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### Coordinate Geometry

### Points on the Coordinate Plane

**Coordinate plane or Cartesian plane, quadrants**

How to plot points on the Cartesian plane?**How to find the ordered pair or coordinates of a given point?**

How to plot the point given the ordered pair or coordinates?### Reflection of points about the x-axis, *y*-axis and origin

**Reflect a Point about the x-axis, y-axis, and the Origin**

This video provides an example of how to determine the coordinates of a point reflected about the x-axis, y-axis, and the origin.

More Lessons for GRE Test

Math Worksheets

This lesson is part of a series of lessons for the quantitative reasoning section of the GRE revised General Test. In this lesson, we will learn:

- xy-coordinate system
- four quadrants
- ordered pair
- plot points on the coordinate plane
- reflection of points about the
*x*-axis,*y*-axis and origin

Two real number lines that are perpendicular to each other and that intersect at their respective zero points define a rectangular coordinate system, often called the *xy*-coordinate system or *xy*-plane. The horizontal number line is called the x-axis and the vertical number line is called the y-axis. The point where the two axes intersect is called the origin, denoted by O. The positive half of the *x*-axis is to the right of the origin, and the positive half of the *y*-axis is above the origin. The two axes divide the plane into four regions called quadrants I, II, III, and IV, as shown in the figure below.

Each point P in the xy-plane can be identified with an ordered pair (*x*, *y*) of real numbers and is denoted by P(*x*, *y*). The first number is called the *x*-coordinate, and the second number is called the *y*-coordinate. A point with coordinates (*x*, y) is located x units to the right of the *y*-axis if *x* is positive or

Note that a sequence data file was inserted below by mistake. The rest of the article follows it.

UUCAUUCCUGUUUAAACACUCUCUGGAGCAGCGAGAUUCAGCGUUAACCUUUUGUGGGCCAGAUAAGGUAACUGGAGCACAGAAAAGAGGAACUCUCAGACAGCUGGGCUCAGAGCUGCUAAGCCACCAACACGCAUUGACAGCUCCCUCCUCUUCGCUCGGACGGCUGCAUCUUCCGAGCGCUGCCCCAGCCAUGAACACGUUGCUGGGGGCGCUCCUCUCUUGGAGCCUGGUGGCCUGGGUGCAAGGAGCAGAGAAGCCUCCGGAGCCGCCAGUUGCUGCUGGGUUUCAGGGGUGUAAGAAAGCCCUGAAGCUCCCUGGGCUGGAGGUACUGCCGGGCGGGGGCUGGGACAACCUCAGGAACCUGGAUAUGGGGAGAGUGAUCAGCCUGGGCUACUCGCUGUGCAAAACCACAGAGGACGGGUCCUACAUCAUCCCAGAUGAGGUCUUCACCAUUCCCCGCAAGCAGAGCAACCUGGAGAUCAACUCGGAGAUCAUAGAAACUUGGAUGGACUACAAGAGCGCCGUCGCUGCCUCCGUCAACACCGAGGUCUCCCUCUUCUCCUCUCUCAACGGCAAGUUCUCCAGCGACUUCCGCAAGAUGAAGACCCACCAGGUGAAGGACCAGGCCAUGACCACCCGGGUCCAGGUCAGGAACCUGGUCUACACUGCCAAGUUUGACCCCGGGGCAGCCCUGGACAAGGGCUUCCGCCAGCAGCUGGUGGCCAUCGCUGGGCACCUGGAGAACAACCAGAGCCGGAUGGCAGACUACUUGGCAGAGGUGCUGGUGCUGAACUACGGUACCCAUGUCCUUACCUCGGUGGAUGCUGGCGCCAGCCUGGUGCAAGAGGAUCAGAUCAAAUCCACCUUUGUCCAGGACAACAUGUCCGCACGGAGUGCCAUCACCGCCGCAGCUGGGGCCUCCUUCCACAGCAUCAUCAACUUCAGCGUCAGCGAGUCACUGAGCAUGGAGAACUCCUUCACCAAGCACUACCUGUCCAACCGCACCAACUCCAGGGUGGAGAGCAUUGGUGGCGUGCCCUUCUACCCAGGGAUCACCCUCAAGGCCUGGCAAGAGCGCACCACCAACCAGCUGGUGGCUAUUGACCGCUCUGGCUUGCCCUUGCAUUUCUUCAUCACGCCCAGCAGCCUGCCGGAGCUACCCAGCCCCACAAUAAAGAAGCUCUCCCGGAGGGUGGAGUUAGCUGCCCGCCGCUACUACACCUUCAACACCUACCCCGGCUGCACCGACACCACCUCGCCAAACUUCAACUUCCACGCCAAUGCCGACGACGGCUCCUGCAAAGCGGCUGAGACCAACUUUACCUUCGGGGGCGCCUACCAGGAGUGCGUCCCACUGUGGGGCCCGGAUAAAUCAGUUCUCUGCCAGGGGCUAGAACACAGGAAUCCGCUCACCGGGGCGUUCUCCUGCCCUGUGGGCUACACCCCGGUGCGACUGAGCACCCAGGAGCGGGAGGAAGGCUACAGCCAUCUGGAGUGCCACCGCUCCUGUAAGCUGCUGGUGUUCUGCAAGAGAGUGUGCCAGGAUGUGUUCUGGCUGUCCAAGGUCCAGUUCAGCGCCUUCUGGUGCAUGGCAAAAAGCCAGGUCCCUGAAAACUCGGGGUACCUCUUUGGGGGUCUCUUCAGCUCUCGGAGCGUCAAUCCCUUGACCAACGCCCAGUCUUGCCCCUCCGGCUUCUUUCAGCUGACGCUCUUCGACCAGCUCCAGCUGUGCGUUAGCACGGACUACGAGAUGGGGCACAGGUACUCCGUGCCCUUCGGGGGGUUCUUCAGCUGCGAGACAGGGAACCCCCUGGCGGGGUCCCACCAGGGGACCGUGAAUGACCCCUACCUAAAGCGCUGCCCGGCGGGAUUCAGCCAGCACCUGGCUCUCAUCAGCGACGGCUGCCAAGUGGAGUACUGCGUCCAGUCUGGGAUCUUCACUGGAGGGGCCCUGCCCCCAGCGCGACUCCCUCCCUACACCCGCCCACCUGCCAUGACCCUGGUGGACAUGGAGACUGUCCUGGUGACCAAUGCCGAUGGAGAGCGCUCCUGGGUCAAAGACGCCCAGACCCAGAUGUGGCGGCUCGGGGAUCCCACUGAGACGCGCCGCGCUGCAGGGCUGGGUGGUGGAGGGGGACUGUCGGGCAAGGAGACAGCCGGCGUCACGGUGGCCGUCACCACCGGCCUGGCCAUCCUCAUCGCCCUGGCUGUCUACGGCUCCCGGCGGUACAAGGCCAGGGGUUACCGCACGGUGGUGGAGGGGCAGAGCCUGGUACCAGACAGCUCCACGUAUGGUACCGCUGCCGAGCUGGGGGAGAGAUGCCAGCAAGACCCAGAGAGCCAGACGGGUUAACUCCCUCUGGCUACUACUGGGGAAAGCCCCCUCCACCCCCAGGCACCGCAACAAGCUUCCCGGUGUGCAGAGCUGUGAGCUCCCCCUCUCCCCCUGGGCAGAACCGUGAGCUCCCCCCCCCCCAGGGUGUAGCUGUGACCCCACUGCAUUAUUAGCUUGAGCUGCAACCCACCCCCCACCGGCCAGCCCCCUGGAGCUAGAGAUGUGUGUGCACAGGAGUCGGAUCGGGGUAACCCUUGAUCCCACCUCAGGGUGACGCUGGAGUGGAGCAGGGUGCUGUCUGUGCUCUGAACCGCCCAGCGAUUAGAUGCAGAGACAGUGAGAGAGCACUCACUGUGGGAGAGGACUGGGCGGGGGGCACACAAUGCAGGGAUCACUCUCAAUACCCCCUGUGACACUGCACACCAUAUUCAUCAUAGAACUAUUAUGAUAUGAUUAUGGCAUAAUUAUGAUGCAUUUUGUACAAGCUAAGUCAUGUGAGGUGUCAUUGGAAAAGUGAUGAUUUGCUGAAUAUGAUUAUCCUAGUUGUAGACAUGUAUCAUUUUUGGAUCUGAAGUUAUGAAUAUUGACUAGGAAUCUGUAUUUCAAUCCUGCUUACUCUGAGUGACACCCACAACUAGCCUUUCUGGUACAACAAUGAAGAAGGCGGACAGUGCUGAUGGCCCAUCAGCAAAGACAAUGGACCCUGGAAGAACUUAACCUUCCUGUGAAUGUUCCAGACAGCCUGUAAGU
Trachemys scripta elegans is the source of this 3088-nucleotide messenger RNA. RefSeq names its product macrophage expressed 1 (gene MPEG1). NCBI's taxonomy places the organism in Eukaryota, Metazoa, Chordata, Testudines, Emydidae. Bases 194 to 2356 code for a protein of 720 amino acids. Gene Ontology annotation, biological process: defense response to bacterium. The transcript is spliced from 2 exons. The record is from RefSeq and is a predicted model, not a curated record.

to the left of the *y*-axis if *x* is negative. Also, the point is located y units above the *x*-axis if *y* is positive
or below the *x*-axis if *y* is negative. If the point lies on the *y*-axis, and if the point lies on
the *x*-axis. The origin has coordinates (0, 0). Unless otherwise noted, the units used on the *x*-axis and the *y*-axis are the same.

In the following coordinate plane: .

Point *M* has coordinates (2, 1.5). To get to point *M*, we move 2 units to the right (positive) and 1.5 units up (positive).

Point *L* is represented by the coordinates (–3, 1.5). To get to point *L, *we move 3 units to the left (negative) and 1.5 units up (positive)

Point *N* has coordinates (–2, –3). To get to point *N*, we move 2 units to the left (negative) and 3 units down (negative).

How to plot points on the Cartesian plane?

How to plot the point given the ordered pair or coordinates?

In the diagram below, the three points *A*’ (3, −2), *A*’’ (−3, 2), *A*’’’ (−3, −2) are geometrically related to *A* (3, 2) as follows.

• *A*’ is the reflection of *A* about the x-axis, or *A*’ and *A* are symmetric about the x-axis.

• *A*’’ is the reflection of *A* about the y-axis, or *A*’’ and *A* are symmetric about the y-axis.

• *A*’’’ is the reflection of *A* about the origin, or *A*’’’ and *A* are symmetric about the origin.

This video provides an example of how to determine the coordinates of a point reflected about the x-axis, y-axis, and the origin.

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